Thanks for the Wrap Dress DVF, But It’s Hardly Liberating

Is the wrap dress really that flattering and easy to wear?

So iconic is designer Diane von Fürstenberg’s famed wrap dress, it holds a place in the Costume Institute of the Metropolitan Museum of Art. Introduced in 1972 by von Fürstenberg, the wrap dress achieved peak popularity in the mid to late 1970s. The Met summarizes: “Its fundamental form was already deeply embedded in the American designer sportswear tradition; a new woman designer translated the style into 1970s fabrics and colors, generally brighter, bolder, and more synthetic (and stretchy) than the early examples to which the silhouette and design principle are indebted.”

A DVF wrap dress was the first designer piece Shannon Lorraine, owner of New York sustainable designer showroom FoundFuture, aspired to own. “It felt like a coming of age thing, silly but true. Plus, if your boobs fall out a bit, it’s just part of the sexy allure of the dress,” says Lorraine.

Lorraine is not alone in her enduring love for the dress.

“The popular design, which began a women’s fashion trend due to its revolutionary versatility, is notable for its dual status as comfortable business wear and elegant evening dress,” reads one biography. “Suitable for the changing roles of busy urban women in the 70s, the dress became a sensation and Fürstenberg sold over five million of them before market saturation and over-exposure killed its popularity while new trends took over the 80s.”

DVF Wrap dress at the Metropolitan Museum Of Art, 1975–76

I say, while the versatile design has been credited as a symbol of the ’70s women’s liberation movement, and touted as a dress that looks amazing on any body type, the wrap dress actually has many faults and challenges. Warning: we’re about to commit fashion blasphemy.

As a former fashion boutique owner and rep for many sustainable designers over the years, I have observed that while the shape can work with many different body types, accentuating the waist and cleavage, it  can also be problematic for those same reasons. What if you have too much or too little of both? Too little decolletage and the neckline falls open to show your bra, too much and depending on your age, too much is either liable to get you marked with the dreaded c-word (that’s cougar), or, well, undeniably going to show your age.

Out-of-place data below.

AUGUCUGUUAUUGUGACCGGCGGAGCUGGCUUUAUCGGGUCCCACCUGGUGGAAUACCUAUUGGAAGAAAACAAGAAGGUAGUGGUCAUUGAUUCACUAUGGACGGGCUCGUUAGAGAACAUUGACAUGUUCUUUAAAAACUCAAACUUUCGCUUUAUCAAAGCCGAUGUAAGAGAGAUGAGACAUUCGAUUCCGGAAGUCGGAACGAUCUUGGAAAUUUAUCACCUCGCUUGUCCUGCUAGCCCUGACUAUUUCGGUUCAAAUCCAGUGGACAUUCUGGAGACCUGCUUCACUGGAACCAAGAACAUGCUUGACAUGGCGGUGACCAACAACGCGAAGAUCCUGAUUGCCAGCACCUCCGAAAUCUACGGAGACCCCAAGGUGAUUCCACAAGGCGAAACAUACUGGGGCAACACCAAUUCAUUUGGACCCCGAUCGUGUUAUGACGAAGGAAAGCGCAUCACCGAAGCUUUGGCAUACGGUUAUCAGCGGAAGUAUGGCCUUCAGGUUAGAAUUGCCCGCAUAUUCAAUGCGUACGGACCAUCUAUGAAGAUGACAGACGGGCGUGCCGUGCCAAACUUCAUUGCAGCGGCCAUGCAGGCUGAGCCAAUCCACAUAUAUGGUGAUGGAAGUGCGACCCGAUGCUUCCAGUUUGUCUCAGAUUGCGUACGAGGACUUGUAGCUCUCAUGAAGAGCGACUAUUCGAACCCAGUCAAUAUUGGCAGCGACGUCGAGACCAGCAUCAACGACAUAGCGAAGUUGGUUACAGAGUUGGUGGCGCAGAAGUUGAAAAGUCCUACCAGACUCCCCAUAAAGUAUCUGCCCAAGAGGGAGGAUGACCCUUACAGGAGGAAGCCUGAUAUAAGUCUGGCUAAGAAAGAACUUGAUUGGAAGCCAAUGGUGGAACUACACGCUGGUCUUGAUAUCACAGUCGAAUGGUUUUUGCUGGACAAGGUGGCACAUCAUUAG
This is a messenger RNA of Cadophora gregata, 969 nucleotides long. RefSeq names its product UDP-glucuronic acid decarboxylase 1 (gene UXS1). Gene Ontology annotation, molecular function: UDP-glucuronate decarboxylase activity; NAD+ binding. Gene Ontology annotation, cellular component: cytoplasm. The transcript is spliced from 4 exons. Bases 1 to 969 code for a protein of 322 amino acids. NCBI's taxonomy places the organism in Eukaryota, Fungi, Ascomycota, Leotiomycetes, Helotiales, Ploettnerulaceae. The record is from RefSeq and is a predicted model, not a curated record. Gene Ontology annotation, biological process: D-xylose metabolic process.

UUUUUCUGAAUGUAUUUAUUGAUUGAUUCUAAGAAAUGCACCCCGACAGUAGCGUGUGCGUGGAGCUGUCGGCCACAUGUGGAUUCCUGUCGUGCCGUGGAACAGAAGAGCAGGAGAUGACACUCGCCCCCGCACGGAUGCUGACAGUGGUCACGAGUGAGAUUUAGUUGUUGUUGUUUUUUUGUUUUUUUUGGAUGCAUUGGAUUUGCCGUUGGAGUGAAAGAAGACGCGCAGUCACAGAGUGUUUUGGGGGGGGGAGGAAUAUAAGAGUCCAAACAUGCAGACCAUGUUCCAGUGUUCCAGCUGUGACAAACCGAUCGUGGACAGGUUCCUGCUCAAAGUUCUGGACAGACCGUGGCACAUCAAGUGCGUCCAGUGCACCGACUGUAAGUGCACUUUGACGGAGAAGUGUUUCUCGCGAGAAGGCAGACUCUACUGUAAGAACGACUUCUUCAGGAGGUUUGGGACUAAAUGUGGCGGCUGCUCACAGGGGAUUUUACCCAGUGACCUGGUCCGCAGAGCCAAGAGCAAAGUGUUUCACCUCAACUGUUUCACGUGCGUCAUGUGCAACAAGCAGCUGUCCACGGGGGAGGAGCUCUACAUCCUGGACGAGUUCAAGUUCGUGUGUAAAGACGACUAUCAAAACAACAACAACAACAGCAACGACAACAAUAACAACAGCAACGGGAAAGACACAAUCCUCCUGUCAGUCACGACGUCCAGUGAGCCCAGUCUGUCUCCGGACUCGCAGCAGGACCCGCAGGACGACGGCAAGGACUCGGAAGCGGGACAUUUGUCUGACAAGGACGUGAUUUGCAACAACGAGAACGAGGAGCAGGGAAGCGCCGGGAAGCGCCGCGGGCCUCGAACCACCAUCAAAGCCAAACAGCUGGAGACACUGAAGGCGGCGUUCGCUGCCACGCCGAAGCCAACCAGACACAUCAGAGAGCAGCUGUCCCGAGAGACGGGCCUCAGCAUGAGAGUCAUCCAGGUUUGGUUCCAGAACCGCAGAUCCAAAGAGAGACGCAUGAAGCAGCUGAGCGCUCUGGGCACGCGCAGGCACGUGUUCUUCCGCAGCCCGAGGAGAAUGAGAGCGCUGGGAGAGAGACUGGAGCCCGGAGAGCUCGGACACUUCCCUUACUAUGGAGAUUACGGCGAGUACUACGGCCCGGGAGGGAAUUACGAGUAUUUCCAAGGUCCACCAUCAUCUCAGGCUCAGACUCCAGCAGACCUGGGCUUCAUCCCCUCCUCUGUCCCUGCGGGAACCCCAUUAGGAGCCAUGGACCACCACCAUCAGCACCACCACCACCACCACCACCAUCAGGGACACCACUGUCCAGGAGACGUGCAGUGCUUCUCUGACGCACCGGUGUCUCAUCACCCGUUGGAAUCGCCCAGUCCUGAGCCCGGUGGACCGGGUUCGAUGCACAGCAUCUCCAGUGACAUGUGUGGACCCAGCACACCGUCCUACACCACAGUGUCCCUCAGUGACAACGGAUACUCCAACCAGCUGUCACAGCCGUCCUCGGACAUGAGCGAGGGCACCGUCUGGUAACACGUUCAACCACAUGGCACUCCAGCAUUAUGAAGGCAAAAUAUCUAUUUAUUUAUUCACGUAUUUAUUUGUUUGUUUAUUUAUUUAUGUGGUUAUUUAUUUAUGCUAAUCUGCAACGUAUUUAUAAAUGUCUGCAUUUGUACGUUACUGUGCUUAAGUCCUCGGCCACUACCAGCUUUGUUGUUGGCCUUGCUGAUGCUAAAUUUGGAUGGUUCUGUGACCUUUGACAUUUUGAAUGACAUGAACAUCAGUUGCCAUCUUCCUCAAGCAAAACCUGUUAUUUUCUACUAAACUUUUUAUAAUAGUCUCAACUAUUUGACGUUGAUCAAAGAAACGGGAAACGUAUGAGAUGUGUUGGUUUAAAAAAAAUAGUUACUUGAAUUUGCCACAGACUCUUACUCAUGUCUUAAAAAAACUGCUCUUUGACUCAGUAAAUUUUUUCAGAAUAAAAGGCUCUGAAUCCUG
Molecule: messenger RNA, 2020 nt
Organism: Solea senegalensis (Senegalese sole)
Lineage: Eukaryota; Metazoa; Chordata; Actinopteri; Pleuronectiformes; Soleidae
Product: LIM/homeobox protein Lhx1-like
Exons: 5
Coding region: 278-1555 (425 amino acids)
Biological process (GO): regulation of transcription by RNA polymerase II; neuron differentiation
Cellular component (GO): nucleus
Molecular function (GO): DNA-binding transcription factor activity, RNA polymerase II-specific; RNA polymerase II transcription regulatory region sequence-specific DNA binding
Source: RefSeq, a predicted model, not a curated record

As for the silhouette, slight frames can get lost in it, appearing to be all elbows and knees. Bigger girls might be glad for the flattering coverage of the legs a miniskirt can’t offer, but in emphasizing the waist, the wrap dress also puts the belly on full display. If you’ve had kids and the pooch that comes with them, you’ll be reaching for your Spanx girdle to look good in the wrap.

Oh, but there’s more. The other flawed feature of the wrap dress is the skirt. Given the slightest breeze, the wrapped opening whisks apart to show the world panties, control top hose, Spanx or maybe, that you simply like to go commando. (Hardly a revolutionary or liberating way to show the world that you’re tough as nails.)

Ask all your friends if they have a wrap dress and see if they actually wear it. I bet you they will all have a reason why they do not.

Mountains of the Moon’s Audrey Wrap

The wrap dress winner for me and my former boutique customers is this organic cotton, faux wrap called the Audrey Dress from Mountains of the Moon. The dress features a cut on the bias skirt that won’t blow open and a faux wrap top. The 3/4 sleeves also make this a great choice for women who dislike their upper arms.

But perhaps you’re a wrap-a-holic who cares little for this slanderous DVF talk.

For you, I offer the Wrap Shop at DVF and these sustainable takes on the original:

Nixxi’s Faux Wrap Dress

Lina Rennell Wrap Dress

Kelly B Acacia Stripe Faux Wrap Dress

Amy DuFault

Amy DuFault is a conscious lifestyle writer, consultant and fashion instigator. She resides in Cape Cod, Massachusetts.